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The Fotygraft Album - Shown to the New Neighbor by Rebecca Sparks Peters Aged Eleven
by Frank Wing
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"The Fotygraft Album"

Shown to the New Neighbor by Rebecca Sparks Peters Aged Eleven



Drawings and Text by Frank Wing

Chicago The Reilly & Britton Co.



Copyright, 1915 by The Reilly & Britton Co.

First Edition Published May 7, 1915 Second Edition Published Aug. 23, 1915 Third Edition Published Nov. 10, 1915 Fourth Edition Published Dec. 15, 1915 Fifth Edition Published Jan. 5, 1916 Sixth Edition Published May 1, 1916 Seventh Edition Published Sept. 1, 1916



"Why, how d'do, Mrs. Miggs? Come right on in. Ma's jist run over t' Smith's a minute t' borruh some thread and some m'lasses and a couple uh aigs. Aw! yes, come on—she'll be right back. Let's see: S'pose we set on th' sofa and I'll show yuh th' album, so's yuh'll kinda begin t' know some of our folks. We like t' be real neighborly and make new folks feel t' home. There! now we're fixed.

"This here first one's ma when she was little. Ain't she cute? Her Uncle Seth kep' a store up t' Davenport and he give her them furs. Real mink, I think it was.

"Turn over."



"That's Aunt Mary Jane Darnell. Her jimpson-weed salve and peach perserves was th' best he ever see, pa says. She couldn't abide a man that primped."



"Them's grampa and gramma Sparks, ma's pa and ma. Grampa liked bees and made lots of money off'm honey. He was awful good t' gramma.

"Ma says you kin allus trust a bee man."



"Here's Ferdinand Ashur Peebles, a favorite cousin of ma's. He ain't got much time fer them 't ain't so good as what he is, so pa don't like him so very well. Says he's a hippercrit. One time ma was showin' this pitchure t' somebody and she says, 'This is a boy we're proud of: Cousin Ferd, full of good works—' 'and prunes,' pa puts in, and it made ma awful mad.

"Turn over."



"Them's pa's pa and ma, grampa 'n' gramma Peters. Jist look at her feet! All her folks toes in—even pa, some, but he denies it. Grampa's got a turribul temper. Onct he was up in a tree a-sawin' out limbs and a little branch scratched him onto his head and he turned round quick's a wink, a-snarlin', and bit it right smack off. Fact!"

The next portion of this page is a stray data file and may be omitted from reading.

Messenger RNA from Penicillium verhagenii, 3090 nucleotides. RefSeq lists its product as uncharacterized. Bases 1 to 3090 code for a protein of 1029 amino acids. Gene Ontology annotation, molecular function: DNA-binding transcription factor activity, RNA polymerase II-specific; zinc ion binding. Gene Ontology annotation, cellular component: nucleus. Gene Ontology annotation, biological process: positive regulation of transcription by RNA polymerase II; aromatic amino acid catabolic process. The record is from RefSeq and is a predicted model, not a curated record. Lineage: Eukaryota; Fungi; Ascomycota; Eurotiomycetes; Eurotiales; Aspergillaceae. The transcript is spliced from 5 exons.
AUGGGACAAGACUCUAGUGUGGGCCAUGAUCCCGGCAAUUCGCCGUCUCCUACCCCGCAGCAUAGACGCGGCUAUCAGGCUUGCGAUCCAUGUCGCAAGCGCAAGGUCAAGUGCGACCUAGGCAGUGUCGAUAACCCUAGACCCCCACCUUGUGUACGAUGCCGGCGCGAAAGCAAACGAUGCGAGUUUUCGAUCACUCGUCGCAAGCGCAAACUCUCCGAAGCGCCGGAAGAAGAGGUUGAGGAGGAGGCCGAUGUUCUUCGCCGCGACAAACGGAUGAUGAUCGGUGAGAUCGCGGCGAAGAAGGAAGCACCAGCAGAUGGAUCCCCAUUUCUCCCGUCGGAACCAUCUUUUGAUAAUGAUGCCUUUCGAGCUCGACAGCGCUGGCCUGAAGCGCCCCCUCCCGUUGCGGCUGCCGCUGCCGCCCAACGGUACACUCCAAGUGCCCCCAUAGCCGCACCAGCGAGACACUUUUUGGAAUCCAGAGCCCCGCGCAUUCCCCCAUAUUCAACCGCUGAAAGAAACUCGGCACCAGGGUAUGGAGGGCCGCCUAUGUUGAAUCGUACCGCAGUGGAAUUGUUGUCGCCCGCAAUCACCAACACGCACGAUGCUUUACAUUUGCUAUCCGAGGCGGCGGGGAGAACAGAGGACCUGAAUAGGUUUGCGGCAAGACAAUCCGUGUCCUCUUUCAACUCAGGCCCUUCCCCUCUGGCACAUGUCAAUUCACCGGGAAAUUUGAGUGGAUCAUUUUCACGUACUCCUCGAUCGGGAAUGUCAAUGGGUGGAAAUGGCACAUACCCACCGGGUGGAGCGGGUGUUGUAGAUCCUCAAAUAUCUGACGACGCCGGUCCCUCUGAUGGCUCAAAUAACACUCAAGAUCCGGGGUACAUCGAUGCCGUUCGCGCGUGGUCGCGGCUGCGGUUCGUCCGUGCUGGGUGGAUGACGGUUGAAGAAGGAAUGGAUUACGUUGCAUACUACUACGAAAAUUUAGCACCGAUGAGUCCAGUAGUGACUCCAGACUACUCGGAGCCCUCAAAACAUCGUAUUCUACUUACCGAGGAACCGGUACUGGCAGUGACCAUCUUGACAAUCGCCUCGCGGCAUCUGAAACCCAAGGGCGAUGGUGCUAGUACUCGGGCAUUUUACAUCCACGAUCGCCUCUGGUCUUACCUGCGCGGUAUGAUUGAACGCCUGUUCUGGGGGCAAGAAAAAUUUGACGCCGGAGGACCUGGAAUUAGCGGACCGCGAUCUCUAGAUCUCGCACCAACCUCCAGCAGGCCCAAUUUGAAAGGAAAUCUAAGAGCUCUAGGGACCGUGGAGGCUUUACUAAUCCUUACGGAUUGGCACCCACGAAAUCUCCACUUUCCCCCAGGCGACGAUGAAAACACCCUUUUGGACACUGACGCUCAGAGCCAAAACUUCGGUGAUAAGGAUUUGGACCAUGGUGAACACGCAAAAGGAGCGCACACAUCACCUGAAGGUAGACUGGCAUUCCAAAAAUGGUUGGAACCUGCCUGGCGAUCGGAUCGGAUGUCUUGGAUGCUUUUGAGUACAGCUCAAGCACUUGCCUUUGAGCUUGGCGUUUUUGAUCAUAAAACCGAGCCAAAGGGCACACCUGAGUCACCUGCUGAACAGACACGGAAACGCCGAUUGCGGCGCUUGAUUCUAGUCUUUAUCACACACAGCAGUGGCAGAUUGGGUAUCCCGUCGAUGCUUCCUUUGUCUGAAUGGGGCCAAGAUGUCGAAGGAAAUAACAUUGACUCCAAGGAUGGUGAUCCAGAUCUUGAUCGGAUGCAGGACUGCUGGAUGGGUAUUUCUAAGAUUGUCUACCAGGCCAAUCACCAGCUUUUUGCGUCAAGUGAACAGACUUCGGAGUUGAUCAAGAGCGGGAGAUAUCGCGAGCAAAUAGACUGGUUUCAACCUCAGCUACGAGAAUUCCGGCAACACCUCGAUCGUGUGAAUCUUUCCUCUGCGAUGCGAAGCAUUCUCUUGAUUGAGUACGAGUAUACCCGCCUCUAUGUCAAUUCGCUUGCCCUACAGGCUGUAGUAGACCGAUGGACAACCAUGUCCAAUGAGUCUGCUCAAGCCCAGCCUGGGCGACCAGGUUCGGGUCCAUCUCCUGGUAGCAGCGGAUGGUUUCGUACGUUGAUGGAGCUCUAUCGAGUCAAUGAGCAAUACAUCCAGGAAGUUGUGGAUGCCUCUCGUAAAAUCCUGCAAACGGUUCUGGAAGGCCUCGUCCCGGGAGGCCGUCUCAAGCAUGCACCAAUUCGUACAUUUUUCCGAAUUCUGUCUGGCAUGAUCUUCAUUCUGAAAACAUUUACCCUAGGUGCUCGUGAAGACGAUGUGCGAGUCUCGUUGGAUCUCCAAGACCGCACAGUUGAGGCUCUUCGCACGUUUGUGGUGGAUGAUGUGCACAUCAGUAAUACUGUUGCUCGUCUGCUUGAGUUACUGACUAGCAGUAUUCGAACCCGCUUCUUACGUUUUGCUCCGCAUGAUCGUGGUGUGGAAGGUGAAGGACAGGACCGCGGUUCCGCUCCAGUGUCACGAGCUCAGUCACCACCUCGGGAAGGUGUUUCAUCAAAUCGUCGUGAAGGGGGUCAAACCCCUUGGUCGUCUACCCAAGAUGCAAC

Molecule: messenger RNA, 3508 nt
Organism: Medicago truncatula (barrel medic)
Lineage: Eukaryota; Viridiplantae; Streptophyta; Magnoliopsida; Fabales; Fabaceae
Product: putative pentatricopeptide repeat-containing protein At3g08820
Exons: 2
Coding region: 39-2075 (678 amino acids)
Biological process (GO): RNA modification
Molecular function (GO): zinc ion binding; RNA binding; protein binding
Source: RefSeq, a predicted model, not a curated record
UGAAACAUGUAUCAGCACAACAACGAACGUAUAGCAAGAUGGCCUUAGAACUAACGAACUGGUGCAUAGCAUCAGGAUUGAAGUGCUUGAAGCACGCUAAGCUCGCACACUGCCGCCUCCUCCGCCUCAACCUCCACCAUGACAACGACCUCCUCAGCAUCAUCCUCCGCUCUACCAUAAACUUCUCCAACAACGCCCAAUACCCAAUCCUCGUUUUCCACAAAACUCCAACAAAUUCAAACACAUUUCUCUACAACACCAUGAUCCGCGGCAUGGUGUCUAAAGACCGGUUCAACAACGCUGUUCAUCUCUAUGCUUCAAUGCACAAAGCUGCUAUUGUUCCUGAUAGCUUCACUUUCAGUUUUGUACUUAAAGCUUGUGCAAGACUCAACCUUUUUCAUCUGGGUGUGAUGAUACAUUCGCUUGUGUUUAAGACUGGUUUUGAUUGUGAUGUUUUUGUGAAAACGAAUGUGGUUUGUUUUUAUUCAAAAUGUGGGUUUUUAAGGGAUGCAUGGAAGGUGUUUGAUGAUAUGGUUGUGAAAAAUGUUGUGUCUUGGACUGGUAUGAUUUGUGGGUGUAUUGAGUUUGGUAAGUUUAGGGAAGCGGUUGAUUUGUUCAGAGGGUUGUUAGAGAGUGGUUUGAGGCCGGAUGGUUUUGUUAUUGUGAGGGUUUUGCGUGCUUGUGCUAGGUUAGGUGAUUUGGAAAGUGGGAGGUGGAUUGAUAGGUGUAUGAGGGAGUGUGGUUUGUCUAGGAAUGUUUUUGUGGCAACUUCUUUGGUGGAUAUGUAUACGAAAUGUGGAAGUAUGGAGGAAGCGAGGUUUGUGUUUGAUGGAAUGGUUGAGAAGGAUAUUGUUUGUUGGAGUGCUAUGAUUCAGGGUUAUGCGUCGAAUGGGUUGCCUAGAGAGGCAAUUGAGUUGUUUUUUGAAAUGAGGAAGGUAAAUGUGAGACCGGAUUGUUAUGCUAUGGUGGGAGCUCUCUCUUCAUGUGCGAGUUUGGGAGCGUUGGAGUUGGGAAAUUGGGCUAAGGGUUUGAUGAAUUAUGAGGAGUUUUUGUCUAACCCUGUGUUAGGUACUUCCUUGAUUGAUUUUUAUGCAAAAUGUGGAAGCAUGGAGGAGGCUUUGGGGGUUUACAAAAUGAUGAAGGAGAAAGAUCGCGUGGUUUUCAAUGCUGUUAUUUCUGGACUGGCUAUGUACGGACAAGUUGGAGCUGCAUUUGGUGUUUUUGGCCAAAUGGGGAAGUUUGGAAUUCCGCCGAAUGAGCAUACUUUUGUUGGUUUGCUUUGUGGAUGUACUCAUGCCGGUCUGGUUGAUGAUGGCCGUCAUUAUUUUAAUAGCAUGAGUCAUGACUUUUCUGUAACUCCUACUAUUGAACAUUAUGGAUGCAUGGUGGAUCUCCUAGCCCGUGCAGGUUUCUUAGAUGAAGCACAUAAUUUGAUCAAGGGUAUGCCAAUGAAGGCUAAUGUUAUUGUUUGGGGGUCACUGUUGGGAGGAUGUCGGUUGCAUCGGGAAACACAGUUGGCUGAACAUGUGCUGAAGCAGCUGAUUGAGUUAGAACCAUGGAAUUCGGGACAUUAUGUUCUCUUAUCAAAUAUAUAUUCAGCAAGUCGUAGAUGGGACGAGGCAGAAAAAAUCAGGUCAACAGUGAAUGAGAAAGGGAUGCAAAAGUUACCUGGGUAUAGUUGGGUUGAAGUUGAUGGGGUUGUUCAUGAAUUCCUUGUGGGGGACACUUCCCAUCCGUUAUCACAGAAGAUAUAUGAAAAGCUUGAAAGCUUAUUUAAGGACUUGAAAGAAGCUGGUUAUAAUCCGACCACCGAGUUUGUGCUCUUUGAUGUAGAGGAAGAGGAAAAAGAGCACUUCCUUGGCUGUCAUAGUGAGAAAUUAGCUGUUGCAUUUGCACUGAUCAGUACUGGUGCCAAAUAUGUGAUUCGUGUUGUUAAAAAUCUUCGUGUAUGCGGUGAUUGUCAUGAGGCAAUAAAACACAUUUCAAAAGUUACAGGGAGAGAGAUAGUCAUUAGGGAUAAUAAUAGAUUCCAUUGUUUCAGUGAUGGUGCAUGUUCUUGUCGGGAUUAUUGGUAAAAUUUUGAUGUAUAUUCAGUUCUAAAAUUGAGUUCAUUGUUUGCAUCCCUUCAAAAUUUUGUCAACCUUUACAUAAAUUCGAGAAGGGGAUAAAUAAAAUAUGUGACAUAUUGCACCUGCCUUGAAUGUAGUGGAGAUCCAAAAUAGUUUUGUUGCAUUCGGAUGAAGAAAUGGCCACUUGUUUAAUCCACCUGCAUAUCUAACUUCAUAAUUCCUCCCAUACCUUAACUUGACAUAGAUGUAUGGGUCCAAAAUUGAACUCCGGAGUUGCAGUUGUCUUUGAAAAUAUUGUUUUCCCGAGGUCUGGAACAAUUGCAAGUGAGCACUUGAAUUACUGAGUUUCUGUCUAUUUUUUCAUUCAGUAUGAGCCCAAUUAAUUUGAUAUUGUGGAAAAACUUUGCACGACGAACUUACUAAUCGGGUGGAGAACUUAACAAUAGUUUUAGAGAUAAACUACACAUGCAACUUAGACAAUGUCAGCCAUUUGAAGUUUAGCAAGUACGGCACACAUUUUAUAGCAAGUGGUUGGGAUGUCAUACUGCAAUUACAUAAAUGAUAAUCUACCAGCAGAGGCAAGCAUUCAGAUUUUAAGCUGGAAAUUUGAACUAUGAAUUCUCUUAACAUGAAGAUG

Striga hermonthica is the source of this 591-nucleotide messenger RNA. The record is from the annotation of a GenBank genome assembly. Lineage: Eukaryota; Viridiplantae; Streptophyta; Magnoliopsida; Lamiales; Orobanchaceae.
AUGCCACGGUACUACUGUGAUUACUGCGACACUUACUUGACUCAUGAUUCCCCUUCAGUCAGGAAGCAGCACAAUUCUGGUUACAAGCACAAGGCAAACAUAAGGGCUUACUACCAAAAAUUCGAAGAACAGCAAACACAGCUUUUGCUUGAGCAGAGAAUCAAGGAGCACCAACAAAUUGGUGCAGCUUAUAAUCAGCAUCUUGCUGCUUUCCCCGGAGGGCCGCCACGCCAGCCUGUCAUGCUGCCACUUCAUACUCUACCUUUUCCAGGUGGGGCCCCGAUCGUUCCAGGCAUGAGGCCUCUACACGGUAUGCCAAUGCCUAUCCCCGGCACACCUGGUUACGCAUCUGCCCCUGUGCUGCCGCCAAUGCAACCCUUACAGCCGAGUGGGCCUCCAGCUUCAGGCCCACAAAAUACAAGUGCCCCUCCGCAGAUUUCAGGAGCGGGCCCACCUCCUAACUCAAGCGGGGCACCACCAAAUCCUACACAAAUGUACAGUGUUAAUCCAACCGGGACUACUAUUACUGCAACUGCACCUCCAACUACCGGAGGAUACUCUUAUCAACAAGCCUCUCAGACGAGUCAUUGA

"That's Sophrony Ann Gowdey, kind of a distant cousin of ma's. She's gifted weth th' secont sight. Onct when grampa lost his false teeth they called her in and she set right here in this room and tranced and after a bit she woke up suddent and says, wild like, 'Seek ye within th' well!' she says; so they done it, but they didn't find 'm. But only a week afterwards, when they cleaned th' cistern, there them teeth was. Pa says, 'Well, anyhow, Phrony knowed they was in th' damp,' he says.

"Turn over."



"That's Uncle Mel Burgstresser. Don't he look like Charles Dickens, th' great Scotch poet, though? I think he does, exactly. He's ma's uncle, but he's sich a nice man that even pa likes him. They can't nobody help likin' him, he's so nice; but ever'body laughs at him, he says sich blunderin' things sometimes. Onct when Aunt Alviny (that's his wife) was a-makin' oyster soup, Uncle Mel he come and looked over her shoulder and says, 'Put lots o' water in it, mother, 'cause I'm hungry,' he says.

"Turn over."



"That's my cousin, Willie Sparks, same age as me—but not when that pitchure was took. He wasn't only 9 then. Don't he look awful meek? But mebbe you think he ain't got a temper! One time when his pa come home from work after dark and Willie ain't got his chores done, he scolded him, and when Willie brung in th' coal fer th' kitchen stove he was cryin' and he jist hauls off, he's s' mad, and kicks th' stove an awful welt, and says, 'Yuh will burn coal, will yuh!' he says.

"Turn over."



"That's ma's cousin, Rebecca, and her man, took th' day they was married. Him and her quarreled somethin' awful, she gener'ly havin' th' upper hand. I was named after her."



"That there's Peletiah Parrett, a friend of pa's since they was boys. He's a singin' school teacher and he's been to our house lots of times, but he lives at Ohio. He kin sing awful good. You'd jist ort t' hear him sing—well, I fergit what th' name of th' piece is but it goes like this:

"'Three dretful groans he heered And then her ghost appeared From head t' foot besmeared Weth purple gore.'"



"Pa's cousin Stella, dressed up in some of her ma's old clothes fer a mask ball. Pa drawed in that streak and that printin'. He's a reg'lar artist and he ain't never had a lesson in his life, neither.